Respiratory System

Human anatomy > Respiratory System

Did you know that you could go brain dead even within a few minutes of oxygen deprivation?  The respiratory system is the one involved in breathing and supplying oxygen to the body.  The primary organ is the lungs. The two lungs expire and inspire to keep a constant supply of oxygen in the body.  You can survive for several weeks without food and several days without water, but only less than 7 minutes without oxygen.   Respiration is important for your cells to perform their functions properly. 

The major functions of the respiratory system are the following:

  • Through inhalation and exhalation, the lungs excrete carbon dioxide and take in oxygen.  Due to atmospheric pressure, oxygen goes into the lungs due to the lower concentration of oxygen inside, while carbon dioxide goes out because of the low concentration of carbon dioxide outside the body.
  • It helps maintain acid-base balance by increasing and decreasing excretion of carbon dioxide when the body needs either more acidity or less acidity.  This would help the kidneys in maintaining the normal blood pH (acidity and alkalinity of blood) at 7.35 to 7.45.
  • Provides oxygen to all parts of the body for proper cell respiration. With proper respiration, the cells could perform their physiologic functions properly.
  • Helps in the production of sounds

Respiratory System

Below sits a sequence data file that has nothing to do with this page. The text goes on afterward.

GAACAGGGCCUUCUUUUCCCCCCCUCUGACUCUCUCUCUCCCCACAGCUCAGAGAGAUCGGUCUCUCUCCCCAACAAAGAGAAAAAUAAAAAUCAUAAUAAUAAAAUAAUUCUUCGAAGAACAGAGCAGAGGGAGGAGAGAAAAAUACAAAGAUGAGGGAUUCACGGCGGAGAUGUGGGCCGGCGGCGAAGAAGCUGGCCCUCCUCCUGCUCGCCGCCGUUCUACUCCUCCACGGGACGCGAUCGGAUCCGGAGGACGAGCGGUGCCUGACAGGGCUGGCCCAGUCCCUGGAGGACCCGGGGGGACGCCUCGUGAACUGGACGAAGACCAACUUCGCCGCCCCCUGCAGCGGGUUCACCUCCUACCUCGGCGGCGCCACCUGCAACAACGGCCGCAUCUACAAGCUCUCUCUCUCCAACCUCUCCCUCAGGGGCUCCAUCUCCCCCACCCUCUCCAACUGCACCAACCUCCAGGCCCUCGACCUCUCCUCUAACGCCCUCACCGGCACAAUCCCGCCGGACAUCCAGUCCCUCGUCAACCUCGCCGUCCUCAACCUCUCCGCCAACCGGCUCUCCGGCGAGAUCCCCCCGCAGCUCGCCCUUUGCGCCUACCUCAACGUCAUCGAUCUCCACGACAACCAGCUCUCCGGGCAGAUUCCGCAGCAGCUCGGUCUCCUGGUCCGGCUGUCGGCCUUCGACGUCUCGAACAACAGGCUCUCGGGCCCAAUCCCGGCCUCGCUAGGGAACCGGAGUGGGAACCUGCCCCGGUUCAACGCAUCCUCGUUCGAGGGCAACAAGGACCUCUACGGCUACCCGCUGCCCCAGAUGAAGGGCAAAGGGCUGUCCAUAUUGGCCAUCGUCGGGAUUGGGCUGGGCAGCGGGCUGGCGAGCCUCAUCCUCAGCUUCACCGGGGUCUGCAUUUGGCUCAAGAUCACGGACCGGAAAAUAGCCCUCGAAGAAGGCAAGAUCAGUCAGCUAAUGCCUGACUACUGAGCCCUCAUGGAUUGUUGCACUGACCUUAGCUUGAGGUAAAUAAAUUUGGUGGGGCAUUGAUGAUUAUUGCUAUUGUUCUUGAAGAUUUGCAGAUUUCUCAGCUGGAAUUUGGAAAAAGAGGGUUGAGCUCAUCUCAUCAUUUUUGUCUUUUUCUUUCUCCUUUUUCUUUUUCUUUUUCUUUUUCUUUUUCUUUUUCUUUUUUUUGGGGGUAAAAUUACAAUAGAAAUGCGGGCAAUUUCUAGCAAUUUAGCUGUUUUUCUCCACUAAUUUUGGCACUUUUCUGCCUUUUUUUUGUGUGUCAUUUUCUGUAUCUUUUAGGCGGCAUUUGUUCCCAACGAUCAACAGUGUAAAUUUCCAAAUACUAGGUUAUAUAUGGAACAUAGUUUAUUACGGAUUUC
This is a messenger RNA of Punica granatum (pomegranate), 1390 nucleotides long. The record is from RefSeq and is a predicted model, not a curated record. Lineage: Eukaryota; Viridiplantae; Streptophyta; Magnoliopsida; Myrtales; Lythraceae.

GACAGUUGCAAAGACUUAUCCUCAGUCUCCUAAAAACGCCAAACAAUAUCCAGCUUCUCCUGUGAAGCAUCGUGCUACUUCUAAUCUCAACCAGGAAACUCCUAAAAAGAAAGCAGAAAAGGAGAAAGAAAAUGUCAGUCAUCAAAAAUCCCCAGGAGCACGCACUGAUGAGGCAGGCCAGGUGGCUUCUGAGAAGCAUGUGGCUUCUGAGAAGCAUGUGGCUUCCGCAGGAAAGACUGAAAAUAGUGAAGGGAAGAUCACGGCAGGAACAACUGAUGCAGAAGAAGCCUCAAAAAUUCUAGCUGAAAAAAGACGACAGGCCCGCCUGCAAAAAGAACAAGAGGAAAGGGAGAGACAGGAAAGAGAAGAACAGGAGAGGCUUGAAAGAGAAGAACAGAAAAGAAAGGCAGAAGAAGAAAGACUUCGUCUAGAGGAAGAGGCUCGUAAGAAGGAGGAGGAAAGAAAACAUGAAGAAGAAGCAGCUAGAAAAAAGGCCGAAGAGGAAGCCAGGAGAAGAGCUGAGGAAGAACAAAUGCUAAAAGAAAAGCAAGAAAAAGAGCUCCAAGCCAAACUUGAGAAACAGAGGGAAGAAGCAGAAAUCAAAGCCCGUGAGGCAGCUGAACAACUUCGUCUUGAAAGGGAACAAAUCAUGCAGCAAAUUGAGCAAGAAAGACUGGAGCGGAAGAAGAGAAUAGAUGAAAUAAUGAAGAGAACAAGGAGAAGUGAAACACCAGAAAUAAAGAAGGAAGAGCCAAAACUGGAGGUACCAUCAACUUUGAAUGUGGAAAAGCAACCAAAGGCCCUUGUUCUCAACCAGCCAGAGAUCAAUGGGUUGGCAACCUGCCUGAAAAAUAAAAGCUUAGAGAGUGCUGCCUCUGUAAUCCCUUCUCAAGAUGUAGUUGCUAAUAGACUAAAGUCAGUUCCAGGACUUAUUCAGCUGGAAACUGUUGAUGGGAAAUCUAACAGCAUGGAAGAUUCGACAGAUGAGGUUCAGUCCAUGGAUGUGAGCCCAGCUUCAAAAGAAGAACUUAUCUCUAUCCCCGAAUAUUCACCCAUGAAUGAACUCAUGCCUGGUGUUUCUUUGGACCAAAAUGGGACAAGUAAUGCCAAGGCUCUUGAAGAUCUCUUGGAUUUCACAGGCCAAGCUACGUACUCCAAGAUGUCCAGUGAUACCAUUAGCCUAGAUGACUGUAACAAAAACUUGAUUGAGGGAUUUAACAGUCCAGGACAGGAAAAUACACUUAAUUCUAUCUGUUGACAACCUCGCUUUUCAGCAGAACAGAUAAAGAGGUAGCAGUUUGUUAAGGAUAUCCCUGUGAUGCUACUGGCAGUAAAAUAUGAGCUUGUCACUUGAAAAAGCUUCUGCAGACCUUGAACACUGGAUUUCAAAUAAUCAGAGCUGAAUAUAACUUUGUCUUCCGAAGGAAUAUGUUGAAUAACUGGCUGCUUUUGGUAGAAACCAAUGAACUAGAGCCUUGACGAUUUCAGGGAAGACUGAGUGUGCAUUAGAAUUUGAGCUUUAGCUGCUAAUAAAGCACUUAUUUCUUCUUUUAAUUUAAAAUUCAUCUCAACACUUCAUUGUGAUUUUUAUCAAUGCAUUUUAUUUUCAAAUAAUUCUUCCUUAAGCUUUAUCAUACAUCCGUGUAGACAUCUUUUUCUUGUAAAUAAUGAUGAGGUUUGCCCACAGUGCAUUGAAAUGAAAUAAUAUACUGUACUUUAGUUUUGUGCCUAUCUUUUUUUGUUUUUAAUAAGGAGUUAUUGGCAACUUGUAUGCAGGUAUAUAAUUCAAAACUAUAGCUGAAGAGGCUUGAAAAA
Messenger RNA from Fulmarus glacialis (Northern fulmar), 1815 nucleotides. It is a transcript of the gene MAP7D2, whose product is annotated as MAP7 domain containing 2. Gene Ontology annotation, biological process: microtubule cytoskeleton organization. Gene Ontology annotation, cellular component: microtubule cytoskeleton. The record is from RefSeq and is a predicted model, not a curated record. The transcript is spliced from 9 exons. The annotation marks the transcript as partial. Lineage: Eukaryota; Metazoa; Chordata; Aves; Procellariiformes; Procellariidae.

Parts of the Respiratory System


You breathe in through your nose. This is an appropriate opening for proper breathing.  The two nasal openings are composed of cilia, which prevent the entry of foreign substances, dirt and dust.  


The air passes through the trachea, where a sphincter opens when we breathe and another sphincter when we swallow food.


This is composed of alveoli, which are the functional units of the lungs.  The autonomic nervous system controls our inhalation and exhalation.  Together with the internal, external intercostals, latissimus dorsi, sternocleidomastoid muscles, the lungs perform their functions to make the body survive.


These are small braches of airways where oxygen enters the lungs. It is composed of cilia and at the ends of it are alveoli.


This is where gas exchange takes place between carbon dioxide and oxygen.  Phospholipid allows the lungs to collapse and expand to provide continuous supply of oxygen to the body.  Without the phospholipid, the lungs cannot return to their original shape. Just like the bronchioles, it is composed of epithelium.

Some Diseases Associated with the Lungs


This is characterized by high fever, coughing, difficulty in breathing, and body malaise. The causative agent may be bacterial.  If treated during the early symptoms of the disease, it offers higher chances of good prognosis. You can get infected with this condition if you are exposed to the bacteria.


This is usually genetically-linked and can be initiated by stress, a substance you are allergic to or suffocating atmosphere.

Whooping Cough

Characterized by a hoarse, dry cough, fever and body malaise, this condition is bacterial in nature. The causative agent is Bordetella pertussis.  If treated earlier, the patient will recover more quickly.  The droplets coming from the cough may contain Bordetella and are, therefore, infectious.

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